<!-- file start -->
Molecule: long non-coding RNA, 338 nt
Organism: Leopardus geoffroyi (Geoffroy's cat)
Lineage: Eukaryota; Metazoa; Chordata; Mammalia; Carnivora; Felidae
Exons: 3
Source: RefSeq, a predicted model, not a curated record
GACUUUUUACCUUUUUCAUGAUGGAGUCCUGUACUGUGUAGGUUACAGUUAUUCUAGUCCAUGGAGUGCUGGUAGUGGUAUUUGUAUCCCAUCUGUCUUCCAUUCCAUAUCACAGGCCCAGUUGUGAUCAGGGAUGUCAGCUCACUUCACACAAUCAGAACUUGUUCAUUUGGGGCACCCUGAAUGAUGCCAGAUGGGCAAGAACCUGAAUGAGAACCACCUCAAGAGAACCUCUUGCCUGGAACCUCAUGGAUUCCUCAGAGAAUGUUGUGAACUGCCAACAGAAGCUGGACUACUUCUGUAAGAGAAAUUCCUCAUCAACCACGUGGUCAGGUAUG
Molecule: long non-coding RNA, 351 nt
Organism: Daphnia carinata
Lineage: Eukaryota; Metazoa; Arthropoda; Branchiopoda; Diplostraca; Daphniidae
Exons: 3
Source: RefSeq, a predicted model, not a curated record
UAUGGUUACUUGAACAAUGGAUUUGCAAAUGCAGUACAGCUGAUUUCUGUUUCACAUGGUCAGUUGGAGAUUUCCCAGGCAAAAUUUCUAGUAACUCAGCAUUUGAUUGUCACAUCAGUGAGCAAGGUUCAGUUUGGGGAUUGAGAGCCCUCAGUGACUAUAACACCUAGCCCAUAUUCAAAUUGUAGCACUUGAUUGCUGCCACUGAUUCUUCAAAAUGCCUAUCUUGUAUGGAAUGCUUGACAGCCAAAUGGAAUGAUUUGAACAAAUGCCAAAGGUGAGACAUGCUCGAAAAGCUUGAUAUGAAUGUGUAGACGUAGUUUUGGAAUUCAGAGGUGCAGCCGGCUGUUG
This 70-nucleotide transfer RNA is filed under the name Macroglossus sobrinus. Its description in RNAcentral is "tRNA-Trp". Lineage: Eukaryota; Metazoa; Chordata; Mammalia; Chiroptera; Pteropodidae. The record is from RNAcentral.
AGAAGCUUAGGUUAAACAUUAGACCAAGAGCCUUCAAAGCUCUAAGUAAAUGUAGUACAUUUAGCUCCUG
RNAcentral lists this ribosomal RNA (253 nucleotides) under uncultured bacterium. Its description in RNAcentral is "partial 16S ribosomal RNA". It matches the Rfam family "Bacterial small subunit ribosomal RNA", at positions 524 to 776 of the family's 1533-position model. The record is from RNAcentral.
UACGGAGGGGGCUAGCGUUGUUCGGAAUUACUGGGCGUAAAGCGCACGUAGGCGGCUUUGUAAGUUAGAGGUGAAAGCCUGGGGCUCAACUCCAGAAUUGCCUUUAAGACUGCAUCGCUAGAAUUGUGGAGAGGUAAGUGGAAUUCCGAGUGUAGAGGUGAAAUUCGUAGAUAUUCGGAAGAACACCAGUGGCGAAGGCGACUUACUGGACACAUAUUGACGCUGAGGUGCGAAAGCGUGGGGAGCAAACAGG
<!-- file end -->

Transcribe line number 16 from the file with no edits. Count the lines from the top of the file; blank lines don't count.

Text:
UACGGAGGGGGCUAGCGUUGUUCGGAAUUACUGGGCGUAAAGCGCACGUAGGCGGCUUUGUAAGUUAGAGGUGAAAGCCUGGGGCUCAACUCCAGAAUUGCCUUUAAGACUGCAUCGCUAGAAUUGUGGAGAGGUAAGUGGAAUUCCGAGUGUAGAGGUGAAAUUCGUAGAUAUUCGGAAGAACACCAGUGGCGAAGGCGACUUACUGGACACAUAUUGACGCUGAGGUGCGAAAGCGUGGGGAGCAAACAGG